The biggest impact on TuFHA has been on its awareness and education activities. This was because one of the early restrictions imposed when a national state of emergency was declared was a ban on public gatherings. Many of the planned workshops and awareness activities, which were mostly integrated with clinical services, were put on hold.
Clinical services on the main island and the outreach program to the outer islands were also affected due to a massive relocation of the population from the capital Funafuti to the outer islands. This was in line with the recommendations of the National Taskforce and Government. Because TuFHA’s clinical services were mostly focussed on Funafuti, the number of people that could be reached by these programs was greatly reduced. Due to fears and uncertainties regarding COVID-19, many of the outer island communities refused visitations from any teams coming from Funafuti.
To counter this, TuFHA incorporated COVID-19 awareness sessions into the program they were able to conduct after the gathering ban and travel restrictions were eased. There is still some hesitation from the outer island communities with regards to travellers from Funafuti. TuFHA, however, was able to utilise a small window of opportunity to visit two outer islands in June and conducted much needed awareness on sexual and reproductive health and rights and COVID-19 to the communities on the islands. The outreach teams were also able to deliver clinical services to these communities during these visits.
Another impact has been on cervical cancer screening. Currently, Tuvalu only has opportunistic cervical cancer screening. TuFHA, in partnership with Family Planning Australia through the Australian NGO Cooperation Program, had planned to roll out a full program in partnership with the Ministry of Health in 2020. The training required to get the program operational however, has not been able to happen due to COVID-19 travel restrictions which has limited the ability to import the required medical equipment and receive training from international trainers.
The program is set to become operational in 2021, with options currently being investigated on how to ensure delivery of both medical supplies and training in light of expected ongoing international restrictions.
Service delivery must continue
Sexual and reproductive health and rights services remain critical in a COVID-19 world. Despite challenges for both RFHAF and TuFHA, including lockdowns and closed or partially-closed borders, both organisations have been able to respond in their own way to the crisis.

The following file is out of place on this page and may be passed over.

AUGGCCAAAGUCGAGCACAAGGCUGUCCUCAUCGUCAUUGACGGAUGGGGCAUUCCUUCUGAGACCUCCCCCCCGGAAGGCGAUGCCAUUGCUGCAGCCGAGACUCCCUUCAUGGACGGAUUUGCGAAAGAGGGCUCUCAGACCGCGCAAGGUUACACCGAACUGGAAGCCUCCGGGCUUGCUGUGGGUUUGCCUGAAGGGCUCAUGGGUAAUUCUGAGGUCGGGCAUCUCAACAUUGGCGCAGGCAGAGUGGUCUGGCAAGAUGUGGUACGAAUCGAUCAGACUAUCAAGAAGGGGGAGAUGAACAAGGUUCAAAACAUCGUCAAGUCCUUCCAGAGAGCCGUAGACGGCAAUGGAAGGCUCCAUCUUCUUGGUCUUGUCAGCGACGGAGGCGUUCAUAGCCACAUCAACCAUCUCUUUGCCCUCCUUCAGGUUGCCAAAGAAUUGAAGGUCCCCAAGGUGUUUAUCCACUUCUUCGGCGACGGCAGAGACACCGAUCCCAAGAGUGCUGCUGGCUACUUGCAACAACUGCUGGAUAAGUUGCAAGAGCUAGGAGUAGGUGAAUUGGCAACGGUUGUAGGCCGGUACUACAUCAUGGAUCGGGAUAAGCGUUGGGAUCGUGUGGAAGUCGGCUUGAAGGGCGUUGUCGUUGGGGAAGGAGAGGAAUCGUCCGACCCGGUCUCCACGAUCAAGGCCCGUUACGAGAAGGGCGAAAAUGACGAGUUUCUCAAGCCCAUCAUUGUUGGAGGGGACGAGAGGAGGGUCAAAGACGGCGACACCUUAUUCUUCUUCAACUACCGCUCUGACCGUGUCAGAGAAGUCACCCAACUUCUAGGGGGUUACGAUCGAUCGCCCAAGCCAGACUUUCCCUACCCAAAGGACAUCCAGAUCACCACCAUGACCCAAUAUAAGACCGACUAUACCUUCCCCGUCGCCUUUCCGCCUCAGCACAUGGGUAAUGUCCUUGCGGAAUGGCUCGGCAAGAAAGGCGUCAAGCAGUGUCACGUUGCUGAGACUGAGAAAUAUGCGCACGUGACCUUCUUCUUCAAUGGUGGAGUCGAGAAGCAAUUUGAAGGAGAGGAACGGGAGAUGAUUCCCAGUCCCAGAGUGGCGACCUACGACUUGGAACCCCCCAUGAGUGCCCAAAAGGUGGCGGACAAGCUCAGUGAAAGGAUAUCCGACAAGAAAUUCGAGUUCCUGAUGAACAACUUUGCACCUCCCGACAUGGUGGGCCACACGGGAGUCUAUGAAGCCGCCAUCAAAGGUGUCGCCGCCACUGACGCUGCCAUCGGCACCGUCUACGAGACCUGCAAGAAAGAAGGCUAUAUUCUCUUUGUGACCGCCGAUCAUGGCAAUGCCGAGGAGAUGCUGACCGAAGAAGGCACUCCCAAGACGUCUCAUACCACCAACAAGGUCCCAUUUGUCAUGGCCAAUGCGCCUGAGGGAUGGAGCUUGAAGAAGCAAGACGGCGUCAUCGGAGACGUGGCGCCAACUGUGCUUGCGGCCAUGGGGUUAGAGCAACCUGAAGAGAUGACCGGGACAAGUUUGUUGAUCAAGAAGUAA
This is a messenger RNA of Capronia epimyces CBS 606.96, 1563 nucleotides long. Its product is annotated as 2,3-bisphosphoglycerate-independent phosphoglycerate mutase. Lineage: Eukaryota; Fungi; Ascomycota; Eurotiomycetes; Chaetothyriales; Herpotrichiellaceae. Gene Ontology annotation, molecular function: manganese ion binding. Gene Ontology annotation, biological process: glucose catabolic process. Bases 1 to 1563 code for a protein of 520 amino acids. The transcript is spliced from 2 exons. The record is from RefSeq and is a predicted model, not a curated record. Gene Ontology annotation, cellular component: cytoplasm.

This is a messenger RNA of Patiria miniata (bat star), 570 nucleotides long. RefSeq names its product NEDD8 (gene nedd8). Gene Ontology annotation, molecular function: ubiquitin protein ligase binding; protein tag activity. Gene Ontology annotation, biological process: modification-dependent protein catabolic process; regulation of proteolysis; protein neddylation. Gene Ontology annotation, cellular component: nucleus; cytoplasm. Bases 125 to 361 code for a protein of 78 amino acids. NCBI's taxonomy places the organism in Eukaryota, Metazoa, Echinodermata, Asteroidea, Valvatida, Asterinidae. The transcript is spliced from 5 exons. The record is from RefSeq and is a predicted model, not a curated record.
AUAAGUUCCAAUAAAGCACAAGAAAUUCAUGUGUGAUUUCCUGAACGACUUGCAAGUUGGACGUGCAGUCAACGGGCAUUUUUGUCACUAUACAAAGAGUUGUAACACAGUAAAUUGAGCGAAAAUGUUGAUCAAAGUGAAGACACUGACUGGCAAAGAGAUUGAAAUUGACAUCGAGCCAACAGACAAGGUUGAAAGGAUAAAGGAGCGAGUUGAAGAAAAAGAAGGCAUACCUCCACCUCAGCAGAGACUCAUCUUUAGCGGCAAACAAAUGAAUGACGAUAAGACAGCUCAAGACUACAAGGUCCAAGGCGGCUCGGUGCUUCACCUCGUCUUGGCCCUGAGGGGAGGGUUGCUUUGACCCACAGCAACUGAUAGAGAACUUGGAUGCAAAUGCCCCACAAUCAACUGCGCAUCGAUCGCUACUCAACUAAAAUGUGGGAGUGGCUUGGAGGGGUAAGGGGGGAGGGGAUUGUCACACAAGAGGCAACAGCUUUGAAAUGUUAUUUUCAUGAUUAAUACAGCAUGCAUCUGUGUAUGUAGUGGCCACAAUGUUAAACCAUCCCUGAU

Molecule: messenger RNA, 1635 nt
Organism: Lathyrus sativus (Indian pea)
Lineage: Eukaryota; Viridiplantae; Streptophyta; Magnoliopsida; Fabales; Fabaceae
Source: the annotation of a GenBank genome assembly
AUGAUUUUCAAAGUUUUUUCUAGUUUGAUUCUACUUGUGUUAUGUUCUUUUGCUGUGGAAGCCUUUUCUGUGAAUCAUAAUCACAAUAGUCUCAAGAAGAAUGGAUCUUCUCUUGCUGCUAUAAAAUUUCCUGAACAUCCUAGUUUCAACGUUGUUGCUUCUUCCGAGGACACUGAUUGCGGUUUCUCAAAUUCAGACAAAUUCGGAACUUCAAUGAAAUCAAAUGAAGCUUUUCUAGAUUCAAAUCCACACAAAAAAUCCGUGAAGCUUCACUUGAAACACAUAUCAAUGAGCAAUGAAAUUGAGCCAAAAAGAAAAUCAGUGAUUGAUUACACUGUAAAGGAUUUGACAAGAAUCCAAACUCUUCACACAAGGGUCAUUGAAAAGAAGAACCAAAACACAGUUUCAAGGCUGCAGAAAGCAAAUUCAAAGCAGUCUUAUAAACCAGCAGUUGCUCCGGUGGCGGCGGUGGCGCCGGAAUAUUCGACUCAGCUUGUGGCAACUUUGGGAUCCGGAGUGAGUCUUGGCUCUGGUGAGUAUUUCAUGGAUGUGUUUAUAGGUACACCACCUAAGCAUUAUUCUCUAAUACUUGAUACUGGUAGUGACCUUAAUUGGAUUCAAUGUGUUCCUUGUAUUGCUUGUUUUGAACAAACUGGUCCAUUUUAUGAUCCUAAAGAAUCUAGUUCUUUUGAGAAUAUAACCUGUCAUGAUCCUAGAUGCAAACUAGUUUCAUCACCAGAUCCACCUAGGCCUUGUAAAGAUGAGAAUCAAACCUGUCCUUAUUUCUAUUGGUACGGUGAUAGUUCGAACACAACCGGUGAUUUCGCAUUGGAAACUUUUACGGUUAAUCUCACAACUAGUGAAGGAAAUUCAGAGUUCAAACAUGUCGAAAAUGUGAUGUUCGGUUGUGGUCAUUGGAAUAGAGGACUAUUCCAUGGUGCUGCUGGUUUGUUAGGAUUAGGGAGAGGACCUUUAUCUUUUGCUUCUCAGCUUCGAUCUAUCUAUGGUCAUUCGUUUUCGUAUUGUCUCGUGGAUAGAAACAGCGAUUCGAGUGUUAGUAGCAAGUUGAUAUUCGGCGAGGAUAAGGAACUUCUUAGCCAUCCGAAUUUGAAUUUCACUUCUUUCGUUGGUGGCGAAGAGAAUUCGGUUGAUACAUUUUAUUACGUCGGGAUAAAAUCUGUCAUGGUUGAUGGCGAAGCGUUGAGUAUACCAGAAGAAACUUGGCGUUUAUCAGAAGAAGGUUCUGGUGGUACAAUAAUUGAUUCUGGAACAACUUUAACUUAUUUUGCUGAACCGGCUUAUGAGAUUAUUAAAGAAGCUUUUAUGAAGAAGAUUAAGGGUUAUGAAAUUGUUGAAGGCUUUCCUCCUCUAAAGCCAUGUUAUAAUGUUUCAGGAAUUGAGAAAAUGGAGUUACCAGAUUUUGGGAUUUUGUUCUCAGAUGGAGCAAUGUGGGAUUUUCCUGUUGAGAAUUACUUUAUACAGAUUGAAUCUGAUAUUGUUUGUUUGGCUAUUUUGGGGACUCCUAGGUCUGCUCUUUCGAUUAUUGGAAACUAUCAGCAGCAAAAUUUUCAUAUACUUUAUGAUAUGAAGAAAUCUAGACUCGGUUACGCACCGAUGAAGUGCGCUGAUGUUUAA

This leads us to two main takeaways. Firstly, the demand for these services does not cease in a crisis but in fact increases. Secondly, delivery of health services by non-governmental organisations is an efficient and effective way of reaching communities because these organisations are part of local communities and are therefore trusted to reach these communities during periods of crisis.
The resilience and determination that both RFHAF and TUFHA have shown by continuing to provide services to their communities provide an example of how to approach sexual and reproductive health and rights during a crisis, and demonstrate the essential nature of these services to communities. It is therefore critical that governments and donors continue to support local stakeholders who have a proven record of delivering healthcare in these environments.
Family Planning Australia acknowledges the support of the Australian Government through the Australian NGO Cooperation Program (ANCP).
- Church K, Gassner J, Elliott M. Reproductive health under COVID-19–challenges of responding in a global crisis. Sexual and Reproductive Health Matters. 2020;28(1):1-3. DOI: 10.1080/26410397.2020.1773163
- World Health Organization. Gender equity in the health workforce: Analysis of 104 countries. 2020. Available from: www.who.int/hrh/resources/gender_equity-health_workforce_analysis/en/.
- UNFPA. UNFPA supplies COVID-19 update. 2020. New York: United Nations Population Fund. Available from: www.unfpa.org/resources/unfpa-supplies-covid-19-update-16-april-2020.